Professor Alan Gin’s index may be of interest to those of us wondering where California’s economy is headed and to anyone who might want to construct a similar index for their own local economy.
The Conference Board’s national index of leading economic indicators grew out of the early business cycle research by Burns and Mitchell, which tried to identify series that peaked prior to the overall downturn in other economic series during a recession. The current index is based on the first 10 series listed in the table below, all of which make sense as variables that might move prior to a general downturn. The Conference Board weights each series by the reciprocal of its standard deviation.
|Weight in |
|Average weekly hours, manufacturing||0.2565|
|Negative of average weekly initial claims for unemployment insurance||0.031||0.1667|
|Manufacturers’ new orders, consumer goods and materials||0.0763|
|Vendor performance, slower deliveries diffusion index||0.0672|
|Manufacturers’ new orders, nondefense capital goods||0.0186|
|Building permits, new private housing units||0.027||0.1667|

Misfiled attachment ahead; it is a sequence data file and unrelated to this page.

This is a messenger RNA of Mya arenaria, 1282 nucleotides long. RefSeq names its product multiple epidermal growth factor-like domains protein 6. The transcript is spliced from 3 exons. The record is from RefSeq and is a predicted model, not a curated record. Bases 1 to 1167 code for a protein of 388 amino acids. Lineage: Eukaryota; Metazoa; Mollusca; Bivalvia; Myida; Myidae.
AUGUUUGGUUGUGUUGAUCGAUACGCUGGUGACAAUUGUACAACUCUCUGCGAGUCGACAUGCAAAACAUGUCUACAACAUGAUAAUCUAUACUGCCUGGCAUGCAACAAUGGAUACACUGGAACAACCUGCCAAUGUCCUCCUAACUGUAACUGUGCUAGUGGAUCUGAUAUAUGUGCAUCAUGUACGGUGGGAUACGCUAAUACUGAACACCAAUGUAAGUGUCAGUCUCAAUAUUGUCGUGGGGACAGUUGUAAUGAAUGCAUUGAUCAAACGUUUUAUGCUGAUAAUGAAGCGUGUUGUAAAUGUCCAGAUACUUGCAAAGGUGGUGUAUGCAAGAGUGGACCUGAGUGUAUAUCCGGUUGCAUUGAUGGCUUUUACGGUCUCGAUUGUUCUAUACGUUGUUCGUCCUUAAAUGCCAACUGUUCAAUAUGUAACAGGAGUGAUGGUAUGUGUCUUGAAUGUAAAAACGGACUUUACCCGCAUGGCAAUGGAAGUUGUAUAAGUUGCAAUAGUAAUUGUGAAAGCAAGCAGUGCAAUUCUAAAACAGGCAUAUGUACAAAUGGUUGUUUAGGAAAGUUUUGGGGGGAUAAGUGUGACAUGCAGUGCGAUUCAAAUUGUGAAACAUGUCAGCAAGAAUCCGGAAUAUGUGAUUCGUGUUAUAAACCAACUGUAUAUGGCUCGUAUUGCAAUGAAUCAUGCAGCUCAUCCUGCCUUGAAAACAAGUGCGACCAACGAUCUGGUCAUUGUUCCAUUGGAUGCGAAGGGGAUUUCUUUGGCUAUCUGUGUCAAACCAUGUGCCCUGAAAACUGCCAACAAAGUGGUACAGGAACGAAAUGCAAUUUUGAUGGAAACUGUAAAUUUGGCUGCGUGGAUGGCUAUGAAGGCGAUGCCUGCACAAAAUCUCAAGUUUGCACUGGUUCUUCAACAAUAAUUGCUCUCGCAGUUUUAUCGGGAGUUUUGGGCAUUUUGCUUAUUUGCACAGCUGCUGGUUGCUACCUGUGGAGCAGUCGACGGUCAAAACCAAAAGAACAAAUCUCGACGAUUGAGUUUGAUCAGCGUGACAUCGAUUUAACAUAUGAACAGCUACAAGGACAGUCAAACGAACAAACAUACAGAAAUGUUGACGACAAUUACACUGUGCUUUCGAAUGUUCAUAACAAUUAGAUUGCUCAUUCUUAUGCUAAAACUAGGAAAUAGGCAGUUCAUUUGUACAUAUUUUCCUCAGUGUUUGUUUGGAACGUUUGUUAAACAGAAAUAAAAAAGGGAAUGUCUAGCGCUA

|Money supply, M2||0.353|
|Interest rate spread, 10-year Treasury bonds less federal funds||0.1037|
|Index of consumer expectations||0.0283||0.1667|
|Help wanted ads||0.1667|
|National index of leading indicators||0.1667|
At least some of the series that make up the national index are also available on a local level. Alan Gin is a professor of economics at the University of San Diego (a small private school which is sometimes confused with the separate University of California at San Diego, where I teach). For a number of years now he has been producing the University of San Diego Index of Leading Economic Indicators. Gin’s index replaces three of the Conference Board’s components with local analogues, namely, building permits and unemployment claims within San Diego County and the prices of stocks of companies headquartered in San Diego. The San Diego Union Tribune also conducts a local consumer survey which Gin uses in place of the national consumer sentiment measure. Gin’s index also includes local help-wanted ads, which are not used by the Conference Board. Finally, Gin’s index incorporates the national leading index itself as something that could give us further guidance on what to expect here in San Diego. Unlike the Conference Board, Gin simply gives each of his six indicators equal weight (a good case can be made for combining indicators either with equal weights, as Gin does, or with weights reciprocal to each series’ standard deviation, as the Conference Board does).
So how do things look for the local economy? Not so great. Construction had been an important contributor to recent San Diego growth, so the housing downturn may be exerting its effects here more strongly than in some other parts of the country.
The chance of a recession is “getting higher,” Gin said. “I wouldn’t say over 50 percent, but it’s not infinitesimal.”